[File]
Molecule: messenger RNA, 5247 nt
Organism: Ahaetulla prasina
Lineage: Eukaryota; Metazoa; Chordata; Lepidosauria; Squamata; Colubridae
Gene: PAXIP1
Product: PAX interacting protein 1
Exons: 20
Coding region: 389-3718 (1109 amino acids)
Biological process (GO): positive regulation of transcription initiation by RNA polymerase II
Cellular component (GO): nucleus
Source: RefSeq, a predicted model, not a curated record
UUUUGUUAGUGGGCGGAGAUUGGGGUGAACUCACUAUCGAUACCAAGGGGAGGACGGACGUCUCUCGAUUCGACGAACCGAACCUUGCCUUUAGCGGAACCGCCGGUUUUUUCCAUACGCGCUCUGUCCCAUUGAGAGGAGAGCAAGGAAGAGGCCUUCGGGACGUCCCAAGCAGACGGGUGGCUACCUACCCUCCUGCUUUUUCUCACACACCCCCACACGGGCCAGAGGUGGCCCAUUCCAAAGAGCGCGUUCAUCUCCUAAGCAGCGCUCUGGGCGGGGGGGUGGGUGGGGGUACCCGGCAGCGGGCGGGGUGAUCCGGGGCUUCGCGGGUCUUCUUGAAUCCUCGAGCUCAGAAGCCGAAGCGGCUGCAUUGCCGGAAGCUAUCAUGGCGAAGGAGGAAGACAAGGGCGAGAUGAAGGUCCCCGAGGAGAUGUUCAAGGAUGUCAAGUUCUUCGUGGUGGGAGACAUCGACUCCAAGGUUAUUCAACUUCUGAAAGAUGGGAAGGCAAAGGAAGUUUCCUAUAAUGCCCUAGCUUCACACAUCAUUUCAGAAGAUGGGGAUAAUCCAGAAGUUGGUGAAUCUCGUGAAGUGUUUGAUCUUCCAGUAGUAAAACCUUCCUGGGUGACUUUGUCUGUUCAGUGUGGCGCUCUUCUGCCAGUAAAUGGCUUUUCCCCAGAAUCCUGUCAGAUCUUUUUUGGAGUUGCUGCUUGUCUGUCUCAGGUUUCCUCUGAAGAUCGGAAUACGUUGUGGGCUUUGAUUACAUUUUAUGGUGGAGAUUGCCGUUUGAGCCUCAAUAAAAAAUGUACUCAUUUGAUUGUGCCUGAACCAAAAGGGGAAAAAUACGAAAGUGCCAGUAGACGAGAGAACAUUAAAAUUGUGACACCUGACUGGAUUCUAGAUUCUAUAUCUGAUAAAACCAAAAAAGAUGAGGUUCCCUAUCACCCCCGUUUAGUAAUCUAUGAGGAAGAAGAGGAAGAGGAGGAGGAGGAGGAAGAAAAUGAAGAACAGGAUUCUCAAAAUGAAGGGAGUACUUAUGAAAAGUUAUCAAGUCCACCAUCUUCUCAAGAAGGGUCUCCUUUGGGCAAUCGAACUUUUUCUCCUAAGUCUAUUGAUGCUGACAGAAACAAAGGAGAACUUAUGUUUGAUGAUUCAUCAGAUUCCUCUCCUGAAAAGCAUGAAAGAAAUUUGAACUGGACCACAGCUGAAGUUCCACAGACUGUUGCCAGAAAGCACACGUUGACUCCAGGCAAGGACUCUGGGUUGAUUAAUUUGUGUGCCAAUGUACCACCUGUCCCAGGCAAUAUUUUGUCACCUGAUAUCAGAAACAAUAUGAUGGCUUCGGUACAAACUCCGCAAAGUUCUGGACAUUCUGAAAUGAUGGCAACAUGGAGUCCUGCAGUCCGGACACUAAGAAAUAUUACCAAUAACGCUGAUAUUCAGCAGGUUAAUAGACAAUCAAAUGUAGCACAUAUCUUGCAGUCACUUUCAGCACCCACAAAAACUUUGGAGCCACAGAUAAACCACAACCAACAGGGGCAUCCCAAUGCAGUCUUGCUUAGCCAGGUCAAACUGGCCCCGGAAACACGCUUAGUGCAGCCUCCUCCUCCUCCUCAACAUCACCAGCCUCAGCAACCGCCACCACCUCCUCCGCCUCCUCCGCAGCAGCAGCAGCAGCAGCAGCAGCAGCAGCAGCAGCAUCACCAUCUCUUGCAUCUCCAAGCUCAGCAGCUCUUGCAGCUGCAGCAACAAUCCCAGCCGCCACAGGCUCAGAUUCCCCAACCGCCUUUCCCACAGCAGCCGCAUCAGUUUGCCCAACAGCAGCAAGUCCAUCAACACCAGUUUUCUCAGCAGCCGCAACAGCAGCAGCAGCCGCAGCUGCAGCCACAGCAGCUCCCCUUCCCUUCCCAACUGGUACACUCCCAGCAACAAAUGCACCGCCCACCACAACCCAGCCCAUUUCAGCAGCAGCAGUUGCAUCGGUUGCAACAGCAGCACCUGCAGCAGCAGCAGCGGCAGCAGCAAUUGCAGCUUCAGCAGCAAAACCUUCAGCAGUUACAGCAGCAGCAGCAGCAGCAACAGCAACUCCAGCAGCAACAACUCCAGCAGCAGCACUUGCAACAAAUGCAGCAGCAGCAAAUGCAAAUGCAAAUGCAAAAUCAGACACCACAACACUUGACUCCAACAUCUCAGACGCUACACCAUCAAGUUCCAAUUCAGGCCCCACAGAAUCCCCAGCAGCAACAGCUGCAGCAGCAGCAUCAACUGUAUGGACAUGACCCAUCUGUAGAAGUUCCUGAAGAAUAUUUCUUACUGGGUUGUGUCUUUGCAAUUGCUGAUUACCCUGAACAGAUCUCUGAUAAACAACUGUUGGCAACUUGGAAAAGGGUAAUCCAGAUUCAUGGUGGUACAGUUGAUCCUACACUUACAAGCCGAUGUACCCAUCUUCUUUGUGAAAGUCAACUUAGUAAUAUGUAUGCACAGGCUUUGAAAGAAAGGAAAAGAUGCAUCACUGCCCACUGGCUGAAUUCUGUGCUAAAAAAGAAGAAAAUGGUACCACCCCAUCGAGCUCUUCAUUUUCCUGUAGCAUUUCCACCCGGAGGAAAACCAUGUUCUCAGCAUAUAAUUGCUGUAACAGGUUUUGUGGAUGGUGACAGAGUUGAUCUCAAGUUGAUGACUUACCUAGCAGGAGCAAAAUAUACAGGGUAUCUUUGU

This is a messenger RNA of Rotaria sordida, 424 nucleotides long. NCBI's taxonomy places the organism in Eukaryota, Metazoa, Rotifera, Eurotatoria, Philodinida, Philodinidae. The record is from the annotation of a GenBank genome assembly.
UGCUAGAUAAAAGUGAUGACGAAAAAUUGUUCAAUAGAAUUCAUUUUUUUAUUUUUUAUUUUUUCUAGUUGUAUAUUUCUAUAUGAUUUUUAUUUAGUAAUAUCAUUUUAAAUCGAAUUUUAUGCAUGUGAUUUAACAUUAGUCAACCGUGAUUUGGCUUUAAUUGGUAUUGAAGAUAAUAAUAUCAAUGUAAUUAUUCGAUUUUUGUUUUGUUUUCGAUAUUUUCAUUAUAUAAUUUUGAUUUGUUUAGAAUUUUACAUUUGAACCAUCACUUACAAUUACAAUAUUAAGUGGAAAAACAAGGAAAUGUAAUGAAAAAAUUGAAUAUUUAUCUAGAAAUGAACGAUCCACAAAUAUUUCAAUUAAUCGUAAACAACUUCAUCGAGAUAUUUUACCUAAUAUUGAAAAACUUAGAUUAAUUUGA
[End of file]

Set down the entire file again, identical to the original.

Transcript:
Molecule: messenger RNA, 5247 nt
Organism: Ahaetulla prasina
Lineage: Eukaryota; Metazoa; Chordata; Lepidosauria; Squamata; Colubridae
Gene: PAXIP1
Product: PAX interacting protein 1
Exons: 20
Coding region: 389-3718 (1109 amino acids)
Biological process (GO): positive regulation of transcription initiation by RNA polymerase II
Cellular component (GO): nucleus
Source: RefSeq, a predicted model, not a curated record
UUUUGUUAGUGGGCGGAGAUUGGGGUGAACUCACUAUCGAUACCAAGGGGAGGACGGACGUCUCUCGAUUCGACGAACCGAACCUUGCCUUUAGCGGAACCGCCGGUUUUUUCCAUACGCGCUCUGUCCCAUUGAGAGGAGAGCAAGGAAGAGGCCUUCGGGACGUCCCAAGCAGACGGGUGGCUACCUACCCUCCUGCUUUUUCUCACACACCCCCACACGGGCCAGAGGUGGCCCAUUCCAAAGAGCGCGUUCAUCUCCUAAGCAGCGCUCUGGGCGGGGGGGUGGGUGGGGGUACCCGGCAGCGGGCGGGGUGAUCCGGGGCUUCGCGGGUCUUCUUGAAUCCUCGAGCUCAGAAGCCGAAGCGGCUGCAUUGCCGGAAGCUAUCAUGGCGAAGGAGGAAGACAAGGGCGAGAUGAAGGUCCCCGAGGAGAUGUUCAAGGAUGUCAAGUUCUUCGUGGUGGGAGACAUCGACUCCAAGGUUAUUCAACUUCUGAAAGAUGGGAAGGCAAAGGAAGUUUCCUAUAAUGCCCUAGCUUCACACAUCAUUUCAGAAGAUGGGGAUAAUCCAGAAGUUGGUGAAUCUCGUGAAGUGUUUGAUCUUCCAGUAGUAAAACCUUCCUGGGUGACUUUGUCUGUUCAGUGUGGCGCUCUUCUGCCAGUAAAUGGCUUUUCCCCAGAAUCCUGUCAGAUCUUUUUUGGAGUUGCUGCUUGUCUGUCUCAGGUUUCCUCUGAAGAUCGGAAUACGUUGUGGGCUUUGAUUACAUUUUAUGGUGGAGAUUGCCGUUUGAGCCUCAAUAAAAAAUGUACUCAUUUGAUUGUGCCUGAACCAAAAGGGGAAAAAUACGAAAGUGCCAGUAGACGAGAGAACAUUAAAAUUGUGACACCUGACUGGAUUCUAGAUUCUAUAUCUGAUAAAACCAAAAAAGAUGAGGUUCCCUAUCACCCCCGUUUAGUAAUCUAUGAGGAAGAAGAGGAAGAGGAGGAGGAGGAGGAAGAAAAUGAAGAACAGGAUUCUCAAAAUGAAGGGAGUACUUAUGAAAAGUUAUCAAGUCCACCAUCUUCUCAAGAAGGGUCUCCUUUGGGCAAUCGAACUUUUUCUCCUAAGUCUAUUGAUGCUGACAGAAACAAAGGAGAACUUAUGUUUGAUGAUUCAUCAGAUUCCUCUCCUGAAAAGCAUGAAAGAAAUUUGAACUGGACCACAGCUGAAGUUCCACAGACUGUUGCCAGAAAGCACACGUUGACUCCAGGCAAGGACUCUGGGUUGAUUAAUUUGUGUGCCAAUGUACCACCUGUCCCAGGCAAUAUUUUGUCACCUGAUAUCAGAAACAAUAUGAUGGCUUCGGUACAAACUCCGCAAAGUUCUGGACAUUCUGAAAUGAUGGCAACAUGGAGUCCUGCAGUCCGGACACUAAGAAAUAUUACCAAUAACGCUGAUAUUCAGCAGGUUAAUAGACAAUCAAAUGUAGCACAUAUCUUGCAGUCACUUUCAGCACCCACAAAAACUUUGGAGCCACAGAUAAACCACAACCAACAGGGGCAUCCCAAUGCAGUCUUGCUUAGCCAGGUCAAACUGGCCCCGGAAACACGCUUAGUGCAGCCUCCUCCUCCUCCUCAACAUCACCAGCCUCAGCAACCGCCACCACCUCCUCCGCCUCCUCCGCAGCAGCAGCAGCAGCAGCAGCAGCAGCAGCAGCAGCAUCACCAUCUCUUGCAUCUCCAAGCUCAGCAGCUCUUGCAGCUGCAGCAACAAUCCCAGCCGCCACAGGCUCAGAUUCCCCAACCGCCUUUCCCACAGCAGCCGCAUCAGUUUGCCCAACAGCAGCAAGUCCAUCAACACCAGUUUUCUCAGCAGCCGCAACAGCAGCAGCAGCCGCAGCUGCAGCCACAGCAGCUCCCCUUCCCUUCCCAACUGGUACACUCCCAGCAACAAAUGCACCGCCCACCACAACCCAGCCCAUUUCAGCAGCAGCAGUUGCAUCGGUUGCAACAGCAGCACCUGCAGCAGCAGCAGCGGCAGCAGCAAUUGCAGCUUCAGCAGCAAAACCUUCAGCAGUUACAGCAGCAGCAGCAGCAGCAACAGCAACUCCAGCAGCAACAACUCCAGCAGCAGCACUUGCAACAAAUGCAGCAGCAGCAAAUGCAAAUGCAAAUGCAAAAUCAGACACCACAACACUUGACUCCAACAUCUCAGACGCUACACCAUCAAGUUCCAAUUCAGGCCCCACAGAAUCCCCAGCAGCAACAGCUGCAGCAGCAGCAUCAACUGUAUGGACAUGACCCAUCUGUAGAAGUUCCUGAAGAAUAUUUCUUACUGGGUUGUGUCUUUGCAAUUGCUGAUUACCCUGAACAGAUCUCUGAUAAACAACUGUUGGCAACUUGGAAAAGGGUAAUCCAGAUUCAUGGUGGUACAGUUGAUCCUACACUUACAAGCCGAUGUACCCAUCUUCUUUGUGAAAGUCAACUUAGUAAUAUGUAUGCACAGGCUUUGAAAGAAAGGAAAAGAUGCAUCACUGCCCACUGGCUGAAUUCUGUGCUAAAAAAGAAGAAAAUGGUACCACCCCAUCGAGCUCUUCAUUUUCCUGUAGCAUUUCCACCCGGAGGAAAACCAUGUUCUCAGCAUAUAAUUGCUGUAACAGGUUUUGUGGAUGGUGACAGAGUUGAUCUCAAGUUGAUGACUUACCUAGCAGGAGCAAAAUAUACAGGGUAUCUUUGU

This is a messenger RNA of Rotaria sordida, 424 nucleotides long. NCBI's taxonomy places the organism in Eukaryota, Metazoa, Rotifera, Eurotatoria, Philodinida, Philodinidae. The record is from the annotation of a GenBank genome assembly.
UGCUAGAUAAAAGUGAUGACGAAAAAUUGUUCAAUAGAAUUCAUUUUUUUAUUUUUUAUUUUUUCUAGUUGUAUAUUUCUAUAUGAUUUUUAUUUAGUAAUAUCAUUUUAAAUCGAAUUUUAUGCAUGUGAUUUAACAUUAGUCAACCGUGAUUUGGCUUUAAUUGGUAUUGAAGAUAAUAAUAUCAAUGUAAUUAUUCGAUUUUUGUUUUGUUUUCGAUAUUUUCAUUAUAUAAUUUUGAUUUGUUUAGAAUUUUACAUUUGAACCAUCACUUACAAUUACAAUAUUAAGUGGAAAAACAAGGAAAUGUAAUGAAAAAAUUGAAUAUUUAUCUAGAAAUGAACGAUCCACAAAUAUUUCAAUUAAUCGUAAACAACUUCAUCGAGAUAUUUUACCUAAUAUUGAAAAACUUAGAUUAAUUUGA